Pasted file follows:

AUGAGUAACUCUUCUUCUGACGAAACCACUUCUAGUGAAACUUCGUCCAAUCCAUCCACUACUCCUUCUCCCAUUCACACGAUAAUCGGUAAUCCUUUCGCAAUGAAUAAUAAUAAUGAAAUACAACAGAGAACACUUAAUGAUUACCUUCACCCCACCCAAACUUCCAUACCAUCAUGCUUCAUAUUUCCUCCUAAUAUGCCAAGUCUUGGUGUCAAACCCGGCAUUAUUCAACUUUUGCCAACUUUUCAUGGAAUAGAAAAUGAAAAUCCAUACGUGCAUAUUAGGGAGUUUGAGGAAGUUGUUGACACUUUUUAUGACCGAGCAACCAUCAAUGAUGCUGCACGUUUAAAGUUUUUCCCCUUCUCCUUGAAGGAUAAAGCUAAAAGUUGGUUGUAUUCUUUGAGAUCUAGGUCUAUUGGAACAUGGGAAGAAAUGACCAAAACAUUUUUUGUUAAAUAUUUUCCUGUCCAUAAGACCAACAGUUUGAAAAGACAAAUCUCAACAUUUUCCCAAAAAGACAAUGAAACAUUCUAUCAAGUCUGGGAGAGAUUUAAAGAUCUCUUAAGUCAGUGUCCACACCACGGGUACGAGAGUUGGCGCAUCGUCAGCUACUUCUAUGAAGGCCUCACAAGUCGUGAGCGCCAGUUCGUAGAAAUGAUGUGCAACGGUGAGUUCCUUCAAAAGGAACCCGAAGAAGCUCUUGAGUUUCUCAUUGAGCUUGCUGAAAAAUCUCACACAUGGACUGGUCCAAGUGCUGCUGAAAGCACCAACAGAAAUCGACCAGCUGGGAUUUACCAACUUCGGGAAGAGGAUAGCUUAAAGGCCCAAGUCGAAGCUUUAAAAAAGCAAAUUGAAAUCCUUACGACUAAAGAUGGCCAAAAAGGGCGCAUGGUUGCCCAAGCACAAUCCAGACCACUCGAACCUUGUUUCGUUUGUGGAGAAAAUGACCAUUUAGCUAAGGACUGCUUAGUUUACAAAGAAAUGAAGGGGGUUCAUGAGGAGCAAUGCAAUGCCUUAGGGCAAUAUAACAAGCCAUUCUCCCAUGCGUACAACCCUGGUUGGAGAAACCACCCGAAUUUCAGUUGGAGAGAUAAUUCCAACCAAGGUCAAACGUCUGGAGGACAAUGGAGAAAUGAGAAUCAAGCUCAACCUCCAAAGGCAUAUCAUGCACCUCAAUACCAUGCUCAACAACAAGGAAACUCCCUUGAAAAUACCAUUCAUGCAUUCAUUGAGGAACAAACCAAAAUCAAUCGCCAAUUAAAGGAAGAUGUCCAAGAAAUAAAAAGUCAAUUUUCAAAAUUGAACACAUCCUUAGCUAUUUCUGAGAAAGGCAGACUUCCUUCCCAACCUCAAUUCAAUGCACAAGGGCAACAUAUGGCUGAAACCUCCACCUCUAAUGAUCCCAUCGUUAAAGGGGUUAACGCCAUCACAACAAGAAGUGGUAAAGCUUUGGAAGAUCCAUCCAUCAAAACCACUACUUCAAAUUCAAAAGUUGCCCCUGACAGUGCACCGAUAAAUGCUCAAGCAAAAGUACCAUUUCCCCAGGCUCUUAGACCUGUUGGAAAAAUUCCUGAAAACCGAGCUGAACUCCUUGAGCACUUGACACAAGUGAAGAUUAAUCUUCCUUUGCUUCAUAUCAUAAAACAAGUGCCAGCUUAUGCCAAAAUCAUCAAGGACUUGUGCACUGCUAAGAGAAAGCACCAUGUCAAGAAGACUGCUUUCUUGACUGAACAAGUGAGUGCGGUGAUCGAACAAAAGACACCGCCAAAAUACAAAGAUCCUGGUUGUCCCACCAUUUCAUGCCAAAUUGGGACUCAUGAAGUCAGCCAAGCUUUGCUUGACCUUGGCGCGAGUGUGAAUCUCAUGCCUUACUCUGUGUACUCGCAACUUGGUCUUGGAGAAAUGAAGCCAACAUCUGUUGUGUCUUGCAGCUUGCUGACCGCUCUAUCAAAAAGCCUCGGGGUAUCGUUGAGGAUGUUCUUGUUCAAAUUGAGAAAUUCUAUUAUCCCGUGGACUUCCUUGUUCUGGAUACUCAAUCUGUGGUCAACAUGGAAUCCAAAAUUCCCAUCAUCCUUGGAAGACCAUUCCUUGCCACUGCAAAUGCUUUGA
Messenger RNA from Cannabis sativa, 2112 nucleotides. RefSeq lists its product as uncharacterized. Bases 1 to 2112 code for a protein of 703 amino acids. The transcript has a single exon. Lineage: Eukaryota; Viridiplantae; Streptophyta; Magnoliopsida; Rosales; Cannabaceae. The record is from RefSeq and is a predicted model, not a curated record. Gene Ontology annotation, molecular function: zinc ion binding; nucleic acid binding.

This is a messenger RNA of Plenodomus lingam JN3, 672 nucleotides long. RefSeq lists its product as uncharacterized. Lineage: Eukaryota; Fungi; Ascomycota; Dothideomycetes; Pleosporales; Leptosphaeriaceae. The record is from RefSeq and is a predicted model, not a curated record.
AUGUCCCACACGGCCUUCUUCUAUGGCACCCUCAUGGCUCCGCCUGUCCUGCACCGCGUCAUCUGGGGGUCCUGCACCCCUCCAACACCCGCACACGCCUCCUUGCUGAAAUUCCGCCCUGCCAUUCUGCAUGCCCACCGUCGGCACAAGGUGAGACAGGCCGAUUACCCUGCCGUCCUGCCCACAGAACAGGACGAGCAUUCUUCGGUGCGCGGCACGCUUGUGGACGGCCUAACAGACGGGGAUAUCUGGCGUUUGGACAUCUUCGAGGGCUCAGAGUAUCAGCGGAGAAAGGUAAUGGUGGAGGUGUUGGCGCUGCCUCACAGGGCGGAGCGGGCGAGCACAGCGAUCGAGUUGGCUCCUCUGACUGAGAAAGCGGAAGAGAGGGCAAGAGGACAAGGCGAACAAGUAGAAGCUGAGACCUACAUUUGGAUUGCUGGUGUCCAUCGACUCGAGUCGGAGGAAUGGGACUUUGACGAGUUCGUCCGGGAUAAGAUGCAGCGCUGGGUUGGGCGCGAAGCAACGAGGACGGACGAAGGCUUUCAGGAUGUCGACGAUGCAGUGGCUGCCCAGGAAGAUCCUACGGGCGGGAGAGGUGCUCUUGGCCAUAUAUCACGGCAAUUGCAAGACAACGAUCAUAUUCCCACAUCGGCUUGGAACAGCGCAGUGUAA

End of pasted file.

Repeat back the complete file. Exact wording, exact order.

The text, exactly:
AUGAGUAACUCUUCUUCUGACGAAACCACUUCUAGUGAAACUUCGUCCAAUCCAUCCACUACUCCUUCUCCCAUUCACACGAUAAUCGGUAAUCCUUUCGCAAUGAAUAAUAAUAAUGAAAUACAACAGAGAACACUUAAUGAUUACCUUCACCCCACCCAAACUUCCAUACCAUCAUGCUUCAUAUUUCCUCCUAAUAUGCCAAGUCUUGGUGUCAAACCCGGCAUUAUUCAACUUUUGCCAACUUUUCAUGGAAUAGAAAAUGAAAAUCCAUACGUGCAUAUUAGGGAGUUUGAGGAAGUUGUUGACACUUUUUAUGACCGAGCAACCAUCAAUGAUGCUGCACGUUUAAAGUUUUUCCCCUUCUCCUUGAAGGAUAAAGCUAAAAGUUGGUUGUAUUCUUUGAGAUCUAGGUCUAUUGGAACAUGGGAAGAAAUGACCAAAACAUUUUUUGUUAAAUAUUUUCCUGUCCAUAAGACCAACAGUUUGAAAAGACAAAUCUCAACAUUUUCCCAAAAAGACAAUGAAACAUUCUAUCAAGUCUGGGAGAGAUUUAAAGAUCUCUUAAGUCAGUGUCCACACCACGGGUACGAGAGUUGGCGCAUCGUCAGCUACUUCUAUGAAGGCCUCACAAGUCGUGAGCGCCAGUUCGUAGAAAUGAUGUGCAACGGUGAGUUCCUUCAAAAGGAACCCGAAGAAGCUCUUGAGUUUCUCAUUGAGCUUGCUGAAAAAUCUCACACAUGGACUGGUCCAAGUGCUGCUGAAAGCACCAACAGAAAUCGACCAGCUGGGAUUUACCAACUUCGGGAAGAGGAUAGCUUAAAGGCCCAAGUCGAAGCUUUAAAAAAGCAAAUUGAAAUCCUUACGACUAAAGAUGGCCAAAAAGGGCGCAUGGUUGCCCAAGCACAAUCCAGACCACUCGAACCUUGUUUCGUUUGUGGAGAAAAUGACCAUUUAGCUAAGGACUGCUUAGUUUACAAAGAAAUGAAGGGGGUUCAUGAGGAGCAAUGCAAUGCCUUAGGGCAAUAUAACAAGCCAUUCUCCCAUGCGUACAACCCUGGUUGGAGAAACCACCCGAAUUUCAGUUGGAGAGAUAAUUCCAACCAAGGUCAAACGUCUGGAGGACAAUGGAGAAAUGAGAAUCAAGCUCAACCUCCAAAGGCAUAUCAUGCACCUCAAUACCAUGCUCAACAACAAGGAAACUCCCUUGAAAAUACCAUUCAUGCAUUCAUUGAGGAACAAACCAAAAUCAAUCGCCAAUUAAAGGAAGAUGUCCAAGAAAUAAAAAGUCAAUUUUCAAAAUUGAACACAUCCUUAGCUAUUUCUGAGAAAGGCAGACUUCCUUCCCAACCUCAAUUCAAUGCACAAGGGCAACAUAUGGCUGAAACCUCCACCUCUAAUGAUCCCAUCGUUAAAGGGGUUAACGCCAUCACAACAAGAAGUGGUAAAGCUUUGGAAGAUCCAUCCAUCAAAACCACUACUUCAAAUUCAAAAGUUGCCCCUGACAGUGCACCGAUAAAUGCUCAAGCAAAAGUACCAUUUCCCCAGGCUCUUAGACCUGUUGGAAAAAUUCCUGAAAACCGAGCUGAACUCCUUGAGCACUUGACACAAGUGAAGAUUAAUCUUCCUUUGCUUCAUAUCAUAAAACAAGUGCCAGCUUAUGCCAAAAUCAUCAAGGACUUGUGCACUGCUAAGAGAAAGCACCAUGUCAAGAAGACUGCUUUCUUGACUGAACAAGUGAGUGCGGUGAUCGAACAAAAGACACCGCCAAAAUACAAAGAUCCUGGUUGUCCCACCAUUUCAUGCCAAAUUGGGACUCAUGAAGUCAGCCAAGCUUUGCUUGACCUUGGCGCGAGUGUGAAUCUCAUGCCUUACUCUGUGUACUCGCAACUUGGUCUUGGAGAAAUGAAGCCAACAUCUGUUGUGUCUUGCAGCUUGCUGACCGCUCUAUCAAAAAGCCUCGGGGUAUCGUUGAGGAUGUUCUUGUUCAAAUUGAGAAAUUCUAUUAUCCCGUGGACUUCCUUGUUCUGGAUACUCAAUCUGUGGUCAACAUGGAAUCCAAAAUUCCCAUCAUCCUUGGAAGACCAUUCCUUGCCACUGCAAAUGCUUUGA
Messenger RNA from Cannabis sativa, 2112 nucleotides. RefSeq lists its product as uncharacterized. Bases 1 to 2112 code for a protein of 703 amino acids. The transcript has a single exon. Lineage: Eukaryota; Viridiplantae; Streptophyta; Magnoliopsida; Rosales; Cannabaceae. The record is from RefSeq and is a predicted model, not a curated record. Gene Ontology annotation, molecular function: zinc ion binding; nucleic acid binding.

This is a messenger RNA of Plenodomus lingam JN3, 672 nucleotides long. RefSeq lists its product as uncharacterized. Lineage: Eukaryota; Fungi; Ascomycota; Dothideomycetes; Pleosporales; Leptosphaeriaceae. The record is from RefSeq and is a predicted model, not a curated record.
AUGUCCCACACGGCCUUCUUCUAUGGCACCCUCAUGGCUCCGCCUGUCCUGCACCGCGUCAUCUGGGGGUCCUGCACCCCUCCAACACCCGCACACGCCUCCUUGCUGAAAUUCCGCCCUGCCAUUCUGCAUGCCCACCGUCGGCACAAGGUGAGACAGGCCGAUUACCCUGCCGUCCUGCCCACAGAACAGGACGAGCAUUCUUCGGUGCGCGGCACGCUUGUGGACGGCCUAACAGACGGGGAUAUCUGGCGUUUGGACAUCUUCGAGGGCUCAGAGUAUCAGCGGAGAAAGGUAAUGGUGGAGGUGUUGGCGCUGCCUCACAGGGCGGAGCGGGCGAGCACAGCGAUCGAGUUGGCUCCUCUGACUGAGAAAGCGGAAGAGAGGGCAAGAGGACAAGGCGAACAAGUAGAAGCUGAGACCUACAUUUGGAUUGCUGGUGUCCAUCGACUCGAGUCGGAGGAAUGGGACUUUGACGAGUUCGUCCGGGAUAAGAUGCAGCGCUGGGUUGGGCGCGAAGCAACGAGGACGGACGAAGGCUUUCAGGAUGUCGACGAUGCAGUGGCUGCCCAGGAAGAUCCUACGGGCGGGAGAGGUGCUCUUGGCCAUAUAUCACGGCAAUUGCAAGACAACGAUCAUAUUCCCACAUCGGCUUGGAACAGCGCAGUGUAA